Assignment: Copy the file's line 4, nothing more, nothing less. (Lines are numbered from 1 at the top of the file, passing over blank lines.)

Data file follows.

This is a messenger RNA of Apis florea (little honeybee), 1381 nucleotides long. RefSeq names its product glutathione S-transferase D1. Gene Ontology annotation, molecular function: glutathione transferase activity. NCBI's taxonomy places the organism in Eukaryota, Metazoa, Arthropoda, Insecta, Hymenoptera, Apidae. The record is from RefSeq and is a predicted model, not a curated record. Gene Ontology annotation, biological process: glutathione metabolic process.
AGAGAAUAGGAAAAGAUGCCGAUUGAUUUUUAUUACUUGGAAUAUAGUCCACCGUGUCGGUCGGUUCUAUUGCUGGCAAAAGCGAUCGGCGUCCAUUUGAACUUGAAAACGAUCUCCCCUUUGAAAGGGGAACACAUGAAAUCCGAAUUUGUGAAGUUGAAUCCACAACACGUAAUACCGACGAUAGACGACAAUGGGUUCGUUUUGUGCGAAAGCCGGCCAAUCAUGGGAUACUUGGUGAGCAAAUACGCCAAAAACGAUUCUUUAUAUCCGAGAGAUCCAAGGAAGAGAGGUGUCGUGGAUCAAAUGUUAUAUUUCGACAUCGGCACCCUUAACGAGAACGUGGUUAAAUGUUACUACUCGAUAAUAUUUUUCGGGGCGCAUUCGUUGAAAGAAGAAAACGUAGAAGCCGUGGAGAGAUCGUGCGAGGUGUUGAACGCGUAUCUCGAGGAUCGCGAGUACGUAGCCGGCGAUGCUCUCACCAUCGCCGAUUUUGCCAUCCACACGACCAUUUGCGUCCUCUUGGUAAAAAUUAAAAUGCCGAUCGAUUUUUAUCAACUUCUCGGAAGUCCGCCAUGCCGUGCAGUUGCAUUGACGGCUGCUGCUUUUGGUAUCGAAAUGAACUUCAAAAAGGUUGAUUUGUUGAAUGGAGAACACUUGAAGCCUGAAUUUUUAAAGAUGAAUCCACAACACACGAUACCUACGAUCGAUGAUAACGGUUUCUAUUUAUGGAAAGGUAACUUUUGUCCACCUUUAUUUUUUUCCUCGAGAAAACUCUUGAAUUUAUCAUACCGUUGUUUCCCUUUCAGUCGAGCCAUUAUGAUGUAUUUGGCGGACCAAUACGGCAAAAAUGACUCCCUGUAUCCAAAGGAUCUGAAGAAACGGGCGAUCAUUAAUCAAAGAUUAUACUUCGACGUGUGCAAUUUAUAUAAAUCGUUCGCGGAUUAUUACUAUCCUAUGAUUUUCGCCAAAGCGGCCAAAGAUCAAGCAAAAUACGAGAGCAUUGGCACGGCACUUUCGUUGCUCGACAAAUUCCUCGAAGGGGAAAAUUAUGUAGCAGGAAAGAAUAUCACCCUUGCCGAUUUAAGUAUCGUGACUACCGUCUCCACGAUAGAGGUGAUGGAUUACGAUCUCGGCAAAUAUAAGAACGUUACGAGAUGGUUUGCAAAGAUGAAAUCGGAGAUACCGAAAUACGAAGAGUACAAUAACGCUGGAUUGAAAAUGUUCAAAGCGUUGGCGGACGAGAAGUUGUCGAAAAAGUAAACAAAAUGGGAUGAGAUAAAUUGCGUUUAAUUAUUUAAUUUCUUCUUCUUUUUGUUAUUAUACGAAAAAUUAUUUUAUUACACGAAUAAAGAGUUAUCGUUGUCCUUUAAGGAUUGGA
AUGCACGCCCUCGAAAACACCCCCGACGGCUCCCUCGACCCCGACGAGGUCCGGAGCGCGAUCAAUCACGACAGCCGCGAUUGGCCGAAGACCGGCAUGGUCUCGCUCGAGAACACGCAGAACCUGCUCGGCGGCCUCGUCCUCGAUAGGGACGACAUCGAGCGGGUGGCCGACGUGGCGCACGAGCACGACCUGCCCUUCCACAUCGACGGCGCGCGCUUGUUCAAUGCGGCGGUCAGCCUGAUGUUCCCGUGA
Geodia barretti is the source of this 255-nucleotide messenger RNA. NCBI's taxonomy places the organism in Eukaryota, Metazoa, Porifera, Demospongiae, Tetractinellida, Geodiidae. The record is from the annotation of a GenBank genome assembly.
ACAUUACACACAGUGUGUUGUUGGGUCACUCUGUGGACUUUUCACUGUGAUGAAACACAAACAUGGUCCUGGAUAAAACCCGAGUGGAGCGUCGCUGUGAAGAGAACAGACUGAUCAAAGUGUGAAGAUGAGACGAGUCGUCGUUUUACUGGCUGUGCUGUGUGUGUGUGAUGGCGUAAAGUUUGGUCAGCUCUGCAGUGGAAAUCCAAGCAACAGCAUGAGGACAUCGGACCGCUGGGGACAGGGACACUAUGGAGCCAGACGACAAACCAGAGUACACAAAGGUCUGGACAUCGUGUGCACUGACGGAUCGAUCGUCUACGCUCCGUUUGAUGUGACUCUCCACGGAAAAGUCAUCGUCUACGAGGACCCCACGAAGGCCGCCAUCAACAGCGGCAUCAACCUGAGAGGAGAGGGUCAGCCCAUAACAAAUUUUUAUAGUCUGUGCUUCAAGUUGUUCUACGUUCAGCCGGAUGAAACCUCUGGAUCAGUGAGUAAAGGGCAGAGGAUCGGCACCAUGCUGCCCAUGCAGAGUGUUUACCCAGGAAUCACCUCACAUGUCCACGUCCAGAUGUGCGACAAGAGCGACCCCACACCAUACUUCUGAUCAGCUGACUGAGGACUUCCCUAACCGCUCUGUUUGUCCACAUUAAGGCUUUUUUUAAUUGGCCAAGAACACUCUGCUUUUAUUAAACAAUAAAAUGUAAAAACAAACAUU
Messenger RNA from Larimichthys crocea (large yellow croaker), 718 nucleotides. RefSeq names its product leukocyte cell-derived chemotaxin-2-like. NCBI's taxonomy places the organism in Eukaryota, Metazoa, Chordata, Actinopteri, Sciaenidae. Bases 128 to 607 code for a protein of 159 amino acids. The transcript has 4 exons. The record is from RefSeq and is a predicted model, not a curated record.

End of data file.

Geodia barretti is the source of this 255-nucleotide messenger RNA. NCBI's taxonomy places the organism in Eukaryota, Metazoa, Porifera, Demospongiae, Tetractinellida, Geodiidae. The record is from the annotation of a GenBank genome assembly.